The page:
Public power in the time of the epidemic

Public power in the time of the epidemic

It is not unusual to read that private players threaten state prerogatives. A detailed analysis of the situation, including through the prism of international investment agreements, gives this idea a certain credibility while shedding some new light on it. Indeed, the state has the means to retain the monopoly of public power.

Public power is “the administrative translation of the political reality that is power”. Thus, in the interest of the greater good, the state may take coercive actions to ensure the safety of its citizens. The lockdown measures imposed in France in the first quarter of 2020 to slow down the SARS-Cov-2 epidemic is a recent and spectacular illustration of this. Beyond the oversight of the constitutional council, public power is governed by administrative law and penal law via two jurisdictions. In France, the first is the Conseil d’État (Council of State). It is the supreme administrative judge that guarantees the lawfulness of public action and ensures the civil rights and liberties of citizens are protected. The second, the Cour de Justice de la République (Law Court of the Republic), was established to try members of the French government for acts performed in the holding of their office and classified as serious crimes or other major offences at the time they were committed (article 68 of the French Constitution). These two jurisdictions are very busy right now, because many citizens consider that the measures taken by the government to tackle the epidemic do not sufficiently protect public health and, in some cases, even lead to involuntary manslaughter.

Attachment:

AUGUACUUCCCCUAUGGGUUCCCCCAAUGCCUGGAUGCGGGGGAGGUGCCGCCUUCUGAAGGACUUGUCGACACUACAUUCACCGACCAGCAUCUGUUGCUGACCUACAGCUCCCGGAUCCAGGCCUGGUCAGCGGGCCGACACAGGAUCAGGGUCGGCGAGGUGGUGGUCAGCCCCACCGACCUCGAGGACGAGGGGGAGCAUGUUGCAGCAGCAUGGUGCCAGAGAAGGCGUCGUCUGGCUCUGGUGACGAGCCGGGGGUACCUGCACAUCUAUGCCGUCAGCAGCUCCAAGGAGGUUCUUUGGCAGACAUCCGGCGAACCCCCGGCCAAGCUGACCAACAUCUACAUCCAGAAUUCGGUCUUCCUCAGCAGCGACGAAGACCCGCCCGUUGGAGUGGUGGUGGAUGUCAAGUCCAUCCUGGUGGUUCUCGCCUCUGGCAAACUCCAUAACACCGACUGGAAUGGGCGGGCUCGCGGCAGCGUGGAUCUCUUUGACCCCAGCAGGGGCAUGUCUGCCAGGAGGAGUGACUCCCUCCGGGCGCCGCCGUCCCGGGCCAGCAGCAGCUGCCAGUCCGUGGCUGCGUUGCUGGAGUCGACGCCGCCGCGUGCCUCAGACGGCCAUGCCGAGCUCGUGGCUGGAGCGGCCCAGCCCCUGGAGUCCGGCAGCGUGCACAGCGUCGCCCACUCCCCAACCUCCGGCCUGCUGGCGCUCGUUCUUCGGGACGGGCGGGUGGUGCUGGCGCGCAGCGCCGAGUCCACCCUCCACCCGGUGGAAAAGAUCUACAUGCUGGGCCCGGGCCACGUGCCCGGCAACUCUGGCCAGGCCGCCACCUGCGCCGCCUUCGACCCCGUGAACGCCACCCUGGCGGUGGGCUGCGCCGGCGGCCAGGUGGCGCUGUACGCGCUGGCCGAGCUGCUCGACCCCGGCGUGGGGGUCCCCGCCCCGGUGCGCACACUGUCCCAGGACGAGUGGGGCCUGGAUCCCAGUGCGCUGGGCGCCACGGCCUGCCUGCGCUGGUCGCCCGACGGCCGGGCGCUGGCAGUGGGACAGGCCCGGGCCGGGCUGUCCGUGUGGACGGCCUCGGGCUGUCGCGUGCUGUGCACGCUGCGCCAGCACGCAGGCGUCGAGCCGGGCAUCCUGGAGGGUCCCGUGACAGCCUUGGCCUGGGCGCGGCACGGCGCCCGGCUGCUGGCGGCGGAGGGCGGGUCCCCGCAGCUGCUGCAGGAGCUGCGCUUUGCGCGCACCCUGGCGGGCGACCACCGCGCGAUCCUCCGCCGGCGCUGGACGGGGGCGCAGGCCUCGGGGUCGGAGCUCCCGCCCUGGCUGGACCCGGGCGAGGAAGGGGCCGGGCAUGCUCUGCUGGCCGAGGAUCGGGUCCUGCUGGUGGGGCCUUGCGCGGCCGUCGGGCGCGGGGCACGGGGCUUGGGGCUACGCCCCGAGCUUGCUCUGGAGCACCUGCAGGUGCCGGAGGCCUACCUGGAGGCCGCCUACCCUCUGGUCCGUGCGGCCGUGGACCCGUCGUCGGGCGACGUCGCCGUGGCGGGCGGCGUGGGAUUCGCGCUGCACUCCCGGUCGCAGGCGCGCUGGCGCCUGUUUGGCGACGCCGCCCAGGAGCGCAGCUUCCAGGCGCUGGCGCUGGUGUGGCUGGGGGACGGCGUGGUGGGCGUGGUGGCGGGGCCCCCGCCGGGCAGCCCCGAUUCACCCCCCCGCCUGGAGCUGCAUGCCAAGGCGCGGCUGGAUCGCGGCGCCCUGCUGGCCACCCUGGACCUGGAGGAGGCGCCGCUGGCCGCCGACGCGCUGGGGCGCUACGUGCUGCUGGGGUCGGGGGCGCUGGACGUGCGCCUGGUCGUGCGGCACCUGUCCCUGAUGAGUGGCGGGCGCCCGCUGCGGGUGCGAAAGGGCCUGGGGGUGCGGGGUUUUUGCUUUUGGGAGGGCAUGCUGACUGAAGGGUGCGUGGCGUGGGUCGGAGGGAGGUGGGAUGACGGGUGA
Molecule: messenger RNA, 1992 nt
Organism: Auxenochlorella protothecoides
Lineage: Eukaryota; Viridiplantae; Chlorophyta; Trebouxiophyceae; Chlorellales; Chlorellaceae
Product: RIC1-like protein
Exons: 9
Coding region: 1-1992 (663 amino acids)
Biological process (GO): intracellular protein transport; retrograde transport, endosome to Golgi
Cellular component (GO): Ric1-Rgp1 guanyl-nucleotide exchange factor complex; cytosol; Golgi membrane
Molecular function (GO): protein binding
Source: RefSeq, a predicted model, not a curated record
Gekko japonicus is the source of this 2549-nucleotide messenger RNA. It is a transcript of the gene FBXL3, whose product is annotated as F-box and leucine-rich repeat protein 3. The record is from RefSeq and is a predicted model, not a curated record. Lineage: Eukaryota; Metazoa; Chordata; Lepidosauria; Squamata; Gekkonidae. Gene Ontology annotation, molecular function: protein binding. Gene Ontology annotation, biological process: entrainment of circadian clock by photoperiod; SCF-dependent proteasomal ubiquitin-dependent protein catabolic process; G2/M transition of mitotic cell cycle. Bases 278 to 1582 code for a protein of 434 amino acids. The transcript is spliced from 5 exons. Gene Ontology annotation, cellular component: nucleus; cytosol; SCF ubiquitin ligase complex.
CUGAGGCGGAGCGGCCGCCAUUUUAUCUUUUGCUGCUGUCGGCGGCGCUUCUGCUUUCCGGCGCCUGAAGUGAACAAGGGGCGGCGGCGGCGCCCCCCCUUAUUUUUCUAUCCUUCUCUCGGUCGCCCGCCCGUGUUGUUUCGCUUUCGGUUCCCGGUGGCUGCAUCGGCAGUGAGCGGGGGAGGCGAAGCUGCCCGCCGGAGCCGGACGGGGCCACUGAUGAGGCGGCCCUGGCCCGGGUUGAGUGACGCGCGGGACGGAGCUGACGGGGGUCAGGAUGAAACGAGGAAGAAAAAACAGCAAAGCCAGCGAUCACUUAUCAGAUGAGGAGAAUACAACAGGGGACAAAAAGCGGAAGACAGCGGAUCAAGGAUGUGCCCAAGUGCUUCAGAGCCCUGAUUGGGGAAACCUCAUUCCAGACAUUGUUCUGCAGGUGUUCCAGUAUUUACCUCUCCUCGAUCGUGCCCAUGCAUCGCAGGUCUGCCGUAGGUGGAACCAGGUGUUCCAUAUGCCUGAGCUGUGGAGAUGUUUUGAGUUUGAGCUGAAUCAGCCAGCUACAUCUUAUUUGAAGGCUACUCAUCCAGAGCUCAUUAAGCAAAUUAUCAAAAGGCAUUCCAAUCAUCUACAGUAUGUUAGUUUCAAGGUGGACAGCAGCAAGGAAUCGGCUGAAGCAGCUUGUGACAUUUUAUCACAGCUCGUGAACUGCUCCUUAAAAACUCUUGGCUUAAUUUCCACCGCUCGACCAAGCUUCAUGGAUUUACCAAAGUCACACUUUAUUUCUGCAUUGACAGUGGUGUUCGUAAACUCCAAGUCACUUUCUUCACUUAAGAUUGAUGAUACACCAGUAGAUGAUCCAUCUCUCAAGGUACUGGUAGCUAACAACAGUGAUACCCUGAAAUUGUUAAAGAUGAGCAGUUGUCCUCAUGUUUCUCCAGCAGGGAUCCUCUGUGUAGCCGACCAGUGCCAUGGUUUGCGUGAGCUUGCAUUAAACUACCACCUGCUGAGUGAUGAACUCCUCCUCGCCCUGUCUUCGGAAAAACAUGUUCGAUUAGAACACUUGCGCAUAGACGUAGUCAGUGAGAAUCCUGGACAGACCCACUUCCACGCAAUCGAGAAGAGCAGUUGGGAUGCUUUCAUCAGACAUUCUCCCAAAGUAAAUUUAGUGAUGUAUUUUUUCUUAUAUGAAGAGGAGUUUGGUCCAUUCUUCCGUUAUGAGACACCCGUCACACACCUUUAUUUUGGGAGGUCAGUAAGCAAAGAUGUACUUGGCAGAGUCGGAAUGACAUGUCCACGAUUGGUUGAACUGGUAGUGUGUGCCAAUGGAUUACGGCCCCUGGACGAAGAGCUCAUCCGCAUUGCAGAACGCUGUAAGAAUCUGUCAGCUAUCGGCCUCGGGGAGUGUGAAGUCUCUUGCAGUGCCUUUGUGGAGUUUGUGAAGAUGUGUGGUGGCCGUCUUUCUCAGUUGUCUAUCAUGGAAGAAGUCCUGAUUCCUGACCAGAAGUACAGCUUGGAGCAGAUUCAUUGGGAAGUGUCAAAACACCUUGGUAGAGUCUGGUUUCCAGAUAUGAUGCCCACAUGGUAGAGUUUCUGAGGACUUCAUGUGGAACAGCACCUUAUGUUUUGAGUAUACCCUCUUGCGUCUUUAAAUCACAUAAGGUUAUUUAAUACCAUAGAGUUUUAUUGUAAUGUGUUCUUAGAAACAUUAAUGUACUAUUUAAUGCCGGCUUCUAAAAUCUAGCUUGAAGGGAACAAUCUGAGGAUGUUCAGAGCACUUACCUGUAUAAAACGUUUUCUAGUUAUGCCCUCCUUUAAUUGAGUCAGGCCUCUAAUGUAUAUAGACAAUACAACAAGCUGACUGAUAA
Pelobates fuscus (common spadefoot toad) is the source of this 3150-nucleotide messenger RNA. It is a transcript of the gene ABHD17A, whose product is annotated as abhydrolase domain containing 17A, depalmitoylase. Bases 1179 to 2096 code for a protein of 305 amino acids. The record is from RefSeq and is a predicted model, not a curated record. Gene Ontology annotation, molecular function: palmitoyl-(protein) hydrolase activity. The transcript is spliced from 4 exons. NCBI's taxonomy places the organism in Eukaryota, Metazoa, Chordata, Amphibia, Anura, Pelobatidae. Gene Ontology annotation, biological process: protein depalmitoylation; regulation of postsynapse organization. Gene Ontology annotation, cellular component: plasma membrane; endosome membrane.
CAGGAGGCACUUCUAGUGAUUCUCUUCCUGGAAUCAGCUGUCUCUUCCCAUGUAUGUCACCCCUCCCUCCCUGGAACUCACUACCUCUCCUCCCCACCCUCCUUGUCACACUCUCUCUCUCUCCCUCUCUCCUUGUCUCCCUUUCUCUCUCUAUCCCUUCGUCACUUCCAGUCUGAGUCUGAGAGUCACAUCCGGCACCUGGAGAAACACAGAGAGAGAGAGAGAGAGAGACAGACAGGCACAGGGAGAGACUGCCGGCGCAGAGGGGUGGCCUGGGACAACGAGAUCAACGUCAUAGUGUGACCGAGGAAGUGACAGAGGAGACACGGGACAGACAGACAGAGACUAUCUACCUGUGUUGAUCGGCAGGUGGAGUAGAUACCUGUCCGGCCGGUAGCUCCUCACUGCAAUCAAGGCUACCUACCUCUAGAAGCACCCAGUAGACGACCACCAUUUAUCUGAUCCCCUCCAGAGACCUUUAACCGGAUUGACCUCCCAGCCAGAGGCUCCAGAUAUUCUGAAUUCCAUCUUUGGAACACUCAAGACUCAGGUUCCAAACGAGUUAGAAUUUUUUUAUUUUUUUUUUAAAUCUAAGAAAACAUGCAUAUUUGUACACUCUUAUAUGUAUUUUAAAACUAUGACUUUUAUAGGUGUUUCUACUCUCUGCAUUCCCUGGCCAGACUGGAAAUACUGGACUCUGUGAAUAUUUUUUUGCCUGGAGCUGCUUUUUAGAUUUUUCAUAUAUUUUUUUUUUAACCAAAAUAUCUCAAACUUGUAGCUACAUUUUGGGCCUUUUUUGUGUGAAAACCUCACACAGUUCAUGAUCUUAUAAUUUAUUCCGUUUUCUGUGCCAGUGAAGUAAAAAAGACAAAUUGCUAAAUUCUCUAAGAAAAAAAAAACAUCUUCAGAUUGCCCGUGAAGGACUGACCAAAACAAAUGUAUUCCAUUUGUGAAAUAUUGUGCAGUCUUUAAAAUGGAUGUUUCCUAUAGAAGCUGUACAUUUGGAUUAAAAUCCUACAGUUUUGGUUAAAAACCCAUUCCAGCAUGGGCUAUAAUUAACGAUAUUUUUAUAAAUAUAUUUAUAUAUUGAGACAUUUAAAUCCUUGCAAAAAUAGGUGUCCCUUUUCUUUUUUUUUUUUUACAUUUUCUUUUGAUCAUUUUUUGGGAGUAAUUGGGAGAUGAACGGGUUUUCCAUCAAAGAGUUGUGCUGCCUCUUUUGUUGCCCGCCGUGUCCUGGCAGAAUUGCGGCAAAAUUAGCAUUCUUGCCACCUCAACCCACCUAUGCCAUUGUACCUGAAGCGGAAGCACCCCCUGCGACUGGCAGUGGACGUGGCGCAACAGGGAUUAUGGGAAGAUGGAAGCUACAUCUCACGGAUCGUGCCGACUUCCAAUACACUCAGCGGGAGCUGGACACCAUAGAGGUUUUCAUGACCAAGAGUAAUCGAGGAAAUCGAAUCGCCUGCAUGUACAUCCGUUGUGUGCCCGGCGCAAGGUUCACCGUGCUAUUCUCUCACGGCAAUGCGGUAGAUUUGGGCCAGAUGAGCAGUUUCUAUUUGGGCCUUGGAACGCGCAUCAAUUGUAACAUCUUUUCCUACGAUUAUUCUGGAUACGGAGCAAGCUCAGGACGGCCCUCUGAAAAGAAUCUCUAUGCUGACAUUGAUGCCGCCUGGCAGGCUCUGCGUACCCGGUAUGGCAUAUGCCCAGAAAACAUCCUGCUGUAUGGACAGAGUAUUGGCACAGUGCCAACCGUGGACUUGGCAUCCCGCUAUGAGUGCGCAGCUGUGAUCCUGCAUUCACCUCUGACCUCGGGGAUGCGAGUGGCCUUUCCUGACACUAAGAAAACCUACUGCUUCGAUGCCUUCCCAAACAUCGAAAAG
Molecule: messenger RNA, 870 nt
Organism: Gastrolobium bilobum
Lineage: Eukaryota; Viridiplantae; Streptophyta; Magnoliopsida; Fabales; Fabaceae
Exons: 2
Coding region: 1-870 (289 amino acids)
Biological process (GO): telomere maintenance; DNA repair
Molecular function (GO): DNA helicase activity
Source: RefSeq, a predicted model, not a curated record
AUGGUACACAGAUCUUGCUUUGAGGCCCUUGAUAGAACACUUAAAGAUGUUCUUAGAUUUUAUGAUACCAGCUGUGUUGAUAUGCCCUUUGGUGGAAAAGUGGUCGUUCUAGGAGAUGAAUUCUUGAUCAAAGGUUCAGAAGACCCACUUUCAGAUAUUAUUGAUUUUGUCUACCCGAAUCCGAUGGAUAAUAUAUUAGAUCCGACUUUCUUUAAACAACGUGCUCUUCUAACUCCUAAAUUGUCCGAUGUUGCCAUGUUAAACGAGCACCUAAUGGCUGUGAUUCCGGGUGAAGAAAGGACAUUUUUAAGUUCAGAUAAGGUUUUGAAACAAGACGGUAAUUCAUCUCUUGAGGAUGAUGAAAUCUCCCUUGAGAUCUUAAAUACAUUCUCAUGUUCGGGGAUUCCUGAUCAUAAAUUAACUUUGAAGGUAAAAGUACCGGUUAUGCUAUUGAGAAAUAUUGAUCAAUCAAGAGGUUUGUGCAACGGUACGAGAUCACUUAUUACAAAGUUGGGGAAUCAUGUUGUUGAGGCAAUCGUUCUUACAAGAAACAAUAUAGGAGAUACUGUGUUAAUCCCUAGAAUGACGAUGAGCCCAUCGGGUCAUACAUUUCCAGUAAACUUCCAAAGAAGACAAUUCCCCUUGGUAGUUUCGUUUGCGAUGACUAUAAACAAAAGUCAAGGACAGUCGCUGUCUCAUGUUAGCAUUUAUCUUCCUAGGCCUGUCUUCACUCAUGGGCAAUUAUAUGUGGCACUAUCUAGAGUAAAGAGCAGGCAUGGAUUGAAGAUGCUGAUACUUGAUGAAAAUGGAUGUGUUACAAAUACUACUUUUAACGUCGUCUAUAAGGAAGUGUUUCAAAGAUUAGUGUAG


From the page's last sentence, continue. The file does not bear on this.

These legal proceedings brought against public power occur within every state. But some people, particularly in the United States, would like to give the rule of law more international reach. During the COVID-19 epidemic, lawsuits have been filed to seek compensation for the damages caused by the epidemic in the United States. These lawsuits have very little chance of success because, in accordance with the principle of jurisdictional immunity of foreign states that applies in France and in the United States, the courts of one State have no jurisdiction over another State when the foreign State is sued for acts accomplished by it in the exercise of its sovereign rights. This may be regrettable, but lifting this international immunity would without doubt create additional geopolitical tensions in a context of strained trade relations between China and the USA. Were legal proceedings to be brought against China in the United States, there would be a high risk of retaliation from Beijing and from all the countries severely destabilised by America’s geopolitical actions. Somewhat ironically, the “hard power” of great military powers is wielded thanks to the free rein provided by the principle of jurisdictional immunity which, as underlined by the European Court of Human Rights, aims “to promote comity and good relations among States by respecting each State’s sovereignty.”